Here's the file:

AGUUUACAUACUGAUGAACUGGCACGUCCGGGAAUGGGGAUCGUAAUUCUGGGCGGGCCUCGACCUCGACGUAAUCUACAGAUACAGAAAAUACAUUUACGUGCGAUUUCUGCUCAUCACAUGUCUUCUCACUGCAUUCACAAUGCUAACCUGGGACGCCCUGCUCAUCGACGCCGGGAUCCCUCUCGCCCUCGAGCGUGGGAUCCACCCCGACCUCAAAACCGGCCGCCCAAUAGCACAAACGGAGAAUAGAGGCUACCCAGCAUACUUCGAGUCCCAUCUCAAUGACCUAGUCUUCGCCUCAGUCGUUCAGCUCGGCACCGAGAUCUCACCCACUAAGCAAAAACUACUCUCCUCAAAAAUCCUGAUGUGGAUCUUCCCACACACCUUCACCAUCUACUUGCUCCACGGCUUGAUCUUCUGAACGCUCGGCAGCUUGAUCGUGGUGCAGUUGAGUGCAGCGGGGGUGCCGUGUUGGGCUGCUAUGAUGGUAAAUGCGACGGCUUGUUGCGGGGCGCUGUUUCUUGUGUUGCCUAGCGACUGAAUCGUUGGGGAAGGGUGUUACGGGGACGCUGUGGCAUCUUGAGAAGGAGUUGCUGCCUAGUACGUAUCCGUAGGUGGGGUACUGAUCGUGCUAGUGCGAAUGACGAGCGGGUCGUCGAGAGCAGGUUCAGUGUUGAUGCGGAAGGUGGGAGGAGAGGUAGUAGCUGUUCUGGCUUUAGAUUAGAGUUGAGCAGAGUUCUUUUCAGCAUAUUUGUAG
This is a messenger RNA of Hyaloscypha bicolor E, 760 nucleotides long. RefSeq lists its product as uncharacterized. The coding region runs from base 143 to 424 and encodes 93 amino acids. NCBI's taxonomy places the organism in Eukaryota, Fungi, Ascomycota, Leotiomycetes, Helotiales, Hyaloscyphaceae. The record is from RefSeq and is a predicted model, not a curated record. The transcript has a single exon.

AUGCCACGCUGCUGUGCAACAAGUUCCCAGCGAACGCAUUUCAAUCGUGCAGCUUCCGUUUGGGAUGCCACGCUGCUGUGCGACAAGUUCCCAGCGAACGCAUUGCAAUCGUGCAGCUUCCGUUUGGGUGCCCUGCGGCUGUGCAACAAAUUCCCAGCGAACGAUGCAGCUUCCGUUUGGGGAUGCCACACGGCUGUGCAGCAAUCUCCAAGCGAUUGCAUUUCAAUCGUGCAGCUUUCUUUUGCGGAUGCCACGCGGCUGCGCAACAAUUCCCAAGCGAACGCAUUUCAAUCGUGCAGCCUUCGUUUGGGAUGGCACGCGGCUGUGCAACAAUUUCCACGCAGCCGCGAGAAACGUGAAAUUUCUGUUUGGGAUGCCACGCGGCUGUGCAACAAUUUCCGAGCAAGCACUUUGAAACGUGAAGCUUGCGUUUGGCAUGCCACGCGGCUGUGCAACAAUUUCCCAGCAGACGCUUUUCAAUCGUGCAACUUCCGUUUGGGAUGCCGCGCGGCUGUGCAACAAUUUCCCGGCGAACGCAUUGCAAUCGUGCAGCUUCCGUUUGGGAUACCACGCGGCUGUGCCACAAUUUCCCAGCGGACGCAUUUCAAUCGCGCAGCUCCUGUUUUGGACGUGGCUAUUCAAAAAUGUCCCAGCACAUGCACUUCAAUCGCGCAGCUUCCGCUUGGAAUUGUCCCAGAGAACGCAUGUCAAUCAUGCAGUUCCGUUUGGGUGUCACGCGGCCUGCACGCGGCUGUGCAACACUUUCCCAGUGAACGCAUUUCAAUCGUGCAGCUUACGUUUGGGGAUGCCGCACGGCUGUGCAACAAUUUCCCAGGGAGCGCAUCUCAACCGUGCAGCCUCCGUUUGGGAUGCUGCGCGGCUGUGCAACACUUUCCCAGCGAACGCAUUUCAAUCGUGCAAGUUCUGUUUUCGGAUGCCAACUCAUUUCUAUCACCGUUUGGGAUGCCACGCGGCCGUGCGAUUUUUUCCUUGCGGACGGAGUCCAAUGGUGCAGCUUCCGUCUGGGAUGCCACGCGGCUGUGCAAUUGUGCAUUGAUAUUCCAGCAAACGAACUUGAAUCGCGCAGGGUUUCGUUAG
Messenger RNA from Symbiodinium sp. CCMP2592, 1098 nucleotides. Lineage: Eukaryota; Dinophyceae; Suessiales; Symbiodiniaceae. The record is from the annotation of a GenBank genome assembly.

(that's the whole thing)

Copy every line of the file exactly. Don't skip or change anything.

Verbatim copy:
AGUUUACAUACUGAUGAACUGGCACGUCCGGGAAUGGGGAUCGUAAUUCUGGGCGGGCCUCGACCUCGACGUAAUCUACAGAUACAGAAAAUACAUUUACGUGCGAUUUCUGCUCAUCACAUGUCUUCUCACUGCAUUCACAAUGCUAACCUGGGACGCCCUGCUCAUCGACGCCGGGAUCCCUCUCGCCCUCGAGCGUGGGAUCCACCCCGACCUCAAAACCGGCCGCCCAAUAGCACAAACGGAGAAUAGAGGCUACCCAGCAUACUUCGAGUCCCAUCUCAAUGACCUAGUCUUCGCCUCAGUCGUUCAGCUCGGCACCGAGAUCUCACCCACUAAGCAAAAACUACUCUCCUCAAAAAUCCUGAUGUGGAUCUUCCCACACACCUUCACCAUCUACUUGCUCCACGGCUUGAUCUUCUGAACGCUCGGCAGCUUGAUCGUGGUGCAGUUGAGUGCAGCGGGGGUGCCGUGUUGGGCUGCUAUGAUGGUAAAUGCGACGGCUUGUUGCGGGGCGCUGUUUCUUGUGUUGCCUAGCGACUGAAUCGUUGGGGAAGGGUGUUACGGGGACGCUGUGGCAUCUUGAGAAGGAGUUGCUGCCUAGUACGUAUCCGUAGGUGGGGUACUGAUCGUGCUAGUGCGAAUGACGAGCGGGUCGUCGAGAGCAGGUUCAGUGUUGAUGCGGAAGGUGGGAGGAGAGGUAGUAGCUGUUCUGGCUUUAGAUUAGAGUUGAGCAGAGUUCUUUUCAGCAUAUUUGUAG
This is a messenger RNA of Hyaloscypha bicolor E, 760 nucleotides long. RefSeq lists its product as uncharacterized. The coding region runs from base 143 to 424 and encodes 93 amino acids. NCBI's taxonomy places the organism in Eukaryota, Fungi, Ascomycota, Leotiomycetes, Helotiales, Hyaloscyphaceae. The record is from RefSeq and is a predicted model, not a curated record. The transcript has a single exon.

AUGCCACGCUGCUGUGCAACAAGUUCCCAGCGAACGCAUUUCAAUCGUGCAGCUUCCGUUUGGGAUGCCACGCUGCUGUGCGACAAGUUCCCAGCGAACGCAUUGCAAUCGUGCAGCUUCCGUUUGGGUGCCCUGCGGCUGUGCAACAAAUUCCCAGCGAACGAUGCAGCUUCCGUUUGGGGAUGCCACACGGCUGUGCAGCAAUCUCCAAGCGAUUGCAUUUCAAUCGUGCAGCUUUCUUUUGCGGAUGCCACGCGGCUGCGCAACAAUUCCCAAGCGAACGCAUUUCAAUCGUGCAGCCUUCGUUUGGGAUGGCACGCGGCUGUGCAACAAUUUCCACGCAGCCGCGAGAAACGUGAAAUUUCUGUUUGGGAUGCCACGCGGCUGUGCAACAAUUUCCGAGCAAGCACUUUGAAACGUGAAGCUUGCGUUUGGCAUGCCACGCGGCUGUGCAACAAUUUCCCAGCAGACGCUUUUCAAUCGUGCAACUUCCGUUUGGGAUGCCGCGCGGCUGUGCAACAAUUUCCCGGCGAACGCAUUGCAAUCGUGCAGCUUCCGUUUGGGAUACCACGCGGCUGUGCCACAAUUUCCCAGCGGACGCAUUUCAAUCGCGCAGCUCCUGUUUUGGACGUGGCUAUUCAAAAAUGUCCCAGCACAUGCACUUCAAUCGCGCAGCUUCCGCUUGGAAUUGUCCCAGAGAACGCAUGUCAAUCAUGCAGUUCCGUUUGGGUGUCACGCGGCCUGCACGCGGCUGUGCAACACUUUCCCAGUGAACGCAUUUCAAUCGUGCAGCUUACGUUUGGGGAUGCCGCACGGCUGUGCAACAAUUUCCCAGGGAGCGCAUCUCAACCGUGCAGCCUCCGUUUGGGAUGCUGCGCGGCUGUGCAACACUUUCCCAGCGAACGCAUUUCAAUCGUGCAAGUUCUGUUUUCGGAUGCCAACUCAUUUCUAUCACCGUUUGGGAUGCCACGCGGCCGUGCGAUUUUUUCCUUGCGGACGGAGUCCAAUGGUGCAGCUUCCGUCUGGGAUGCCACGCGGCUGUGCAAUUGUGCAUUGAUAUUCCAGCAAACGAACUUGAAUCGCGCAGGGUUUCGUUAG
Messenger RNA from Symbiodinium sp. CCMP2592, 1098 nucleotides. Lineage: Eukaryota; Dinophyceae; Suessiales; Symbiodiniaceae. The record is from the annotation of a GenBank genome assembly.